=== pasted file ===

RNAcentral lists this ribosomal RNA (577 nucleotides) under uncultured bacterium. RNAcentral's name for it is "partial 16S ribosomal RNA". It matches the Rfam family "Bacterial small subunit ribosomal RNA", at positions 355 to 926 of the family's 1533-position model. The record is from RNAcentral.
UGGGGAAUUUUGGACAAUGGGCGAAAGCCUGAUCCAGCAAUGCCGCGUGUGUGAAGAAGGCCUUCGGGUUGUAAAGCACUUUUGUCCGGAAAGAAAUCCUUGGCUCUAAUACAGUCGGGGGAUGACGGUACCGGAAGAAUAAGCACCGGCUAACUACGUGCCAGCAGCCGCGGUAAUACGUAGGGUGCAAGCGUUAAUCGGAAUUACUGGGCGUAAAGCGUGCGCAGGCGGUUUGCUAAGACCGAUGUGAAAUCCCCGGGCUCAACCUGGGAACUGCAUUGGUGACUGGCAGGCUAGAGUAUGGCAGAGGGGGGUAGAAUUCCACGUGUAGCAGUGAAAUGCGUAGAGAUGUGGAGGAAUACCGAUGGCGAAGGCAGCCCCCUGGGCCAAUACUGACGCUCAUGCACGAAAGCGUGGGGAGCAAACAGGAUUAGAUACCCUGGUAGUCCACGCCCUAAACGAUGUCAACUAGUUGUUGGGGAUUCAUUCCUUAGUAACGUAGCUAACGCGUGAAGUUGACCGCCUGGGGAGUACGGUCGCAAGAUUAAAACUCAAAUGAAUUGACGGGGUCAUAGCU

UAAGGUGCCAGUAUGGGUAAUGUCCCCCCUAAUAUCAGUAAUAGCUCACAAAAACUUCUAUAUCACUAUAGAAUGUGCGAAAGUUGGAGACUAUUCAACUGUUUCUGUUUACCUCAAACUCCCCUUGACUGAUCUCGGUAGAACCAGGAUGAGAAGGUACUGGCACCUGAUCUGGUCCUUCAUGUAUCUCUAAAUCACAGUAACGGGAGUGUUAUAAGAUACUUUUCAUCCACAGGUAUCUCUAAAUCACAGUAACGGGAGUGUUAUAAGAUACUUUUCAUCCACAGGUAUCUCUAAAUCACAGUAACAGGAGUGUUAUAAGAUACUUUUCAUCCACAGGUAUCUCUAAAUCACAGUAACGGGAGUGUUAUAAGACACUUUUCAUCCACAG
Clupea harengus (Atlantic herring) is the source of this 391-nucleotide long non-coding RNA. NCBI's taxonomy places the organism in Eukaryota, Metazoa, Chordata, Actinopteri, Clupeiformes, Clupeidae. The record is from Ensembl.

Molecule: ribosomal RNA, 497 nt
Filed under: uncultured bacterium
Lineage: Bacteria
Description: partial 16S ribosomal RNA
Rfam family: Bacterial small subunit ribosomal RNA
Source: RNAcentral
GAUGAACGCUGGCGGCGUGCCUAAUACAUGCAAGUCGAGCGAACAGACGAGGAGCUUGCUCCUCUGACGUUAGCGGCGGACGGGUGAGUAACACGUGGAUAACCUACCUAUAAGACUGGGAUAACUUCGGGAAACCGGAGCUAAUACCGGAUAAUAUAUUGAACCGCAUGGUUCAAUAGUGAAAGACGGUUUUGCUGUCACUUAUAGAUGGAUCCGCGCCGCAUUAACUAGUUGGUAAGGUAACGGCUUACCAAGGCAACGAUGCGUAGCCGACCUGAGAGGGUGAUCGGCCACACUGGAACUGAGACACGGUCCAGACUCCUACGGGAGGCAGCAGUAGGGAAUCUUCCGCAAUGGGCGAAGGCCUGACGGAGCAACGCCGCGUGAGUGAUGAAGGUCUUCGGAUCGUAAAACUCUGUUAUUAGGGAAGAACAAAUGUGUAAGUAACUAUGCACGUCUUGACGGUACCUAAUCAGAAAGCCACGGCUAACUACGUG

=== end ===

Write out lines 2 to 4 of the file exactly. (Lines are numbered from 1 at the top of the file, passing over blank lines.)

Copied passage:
UGGGGAAUUUUGGACAAUGGGCGAAAGCCUGAUCCAGCAAUGCCGCGUGUGUGAAGAAGGCCUUCGGGUUGUAAAGCACUUUUGUCCGGAAAGAAAUCCUUGGCUCUAAUACAGUCGGGGGAUGACGGUACCGGAAGAAUAAGCACCGGCUAACUACGUGCCAGCAGCCGCGGUAAUACGUAGGGUGCAAGCGUUAAUCGGAAUUACUGGGCGUAAAGCGUGCGCAGGCGGUUUGCUAAGACCGAUGUGAAAUCCCCGGGCUCAACCUGGGAACUGCAUUGGUGACUGGCAGGCUAGAGUAUGGCAGAGGGGGGUAGAAUUCCACGUGUAGCAGUGAAAUGCGUAGAGAUGUGGAGGAAUACCGAUGGCGAAGGCAGCCCCCUGGGCCAAUACUGACGCUCAUGCACGAAAGCGUGGGGAGCAAACAGGAUUAGAUACCCUGGUAGUCCACGCCCUAAACGAUGUCAACUAGUUGUUGGGGAUUCAUUCCUUAGUAACGUAGCUAACGCGUGAAGUUGACCGCCUGGGGAGUACGGUCGCAAGAUUAAAACUCAAAUGAAUUGACGGGGUCAUAGCU

UAAGGUGCCAGUAUGGGUAAUGUCCCCCCUAAUAUCAGUAAUAGCUCACAAAAACUUCUAUAUCACUAUAGAAUGUGCGAAAGUUGGAGACUAUUCAACUGUUUCUGUUUACCUCAAACUCCCCUUGACUGAUCUCGGUAGAACCAGGAUGAGAAGGUACUGGCACCUGAUCUGGUCCUUCAUGUAUCUCUAAAUCACAGUAACGGGAGUGUUAUAAGAUACUUUUCAUCCACAGGUAUCUCUAAAUCACAGUAACGGGAGUGUUAUAAGAUACUUUUCAUCCACAGGUAUCUCUAAAUCACAGUAACAGGAGUGUUAUAAGAUACUUUUCAUCCACAGGUAUCUCUAAAUCACAGUAACGGGAGUGUUAUAAGACACUUUUCAUCCACAG
Clupea harengus (Atlantic herring) is the source of this 391-nucleotide long non-coding RNA. NCBI's taxonomy places the organism in Eukaryota, Metazoa, Chordata, Actinopteri, Clupeiformes, Clupeidae. The record is from Ensembl.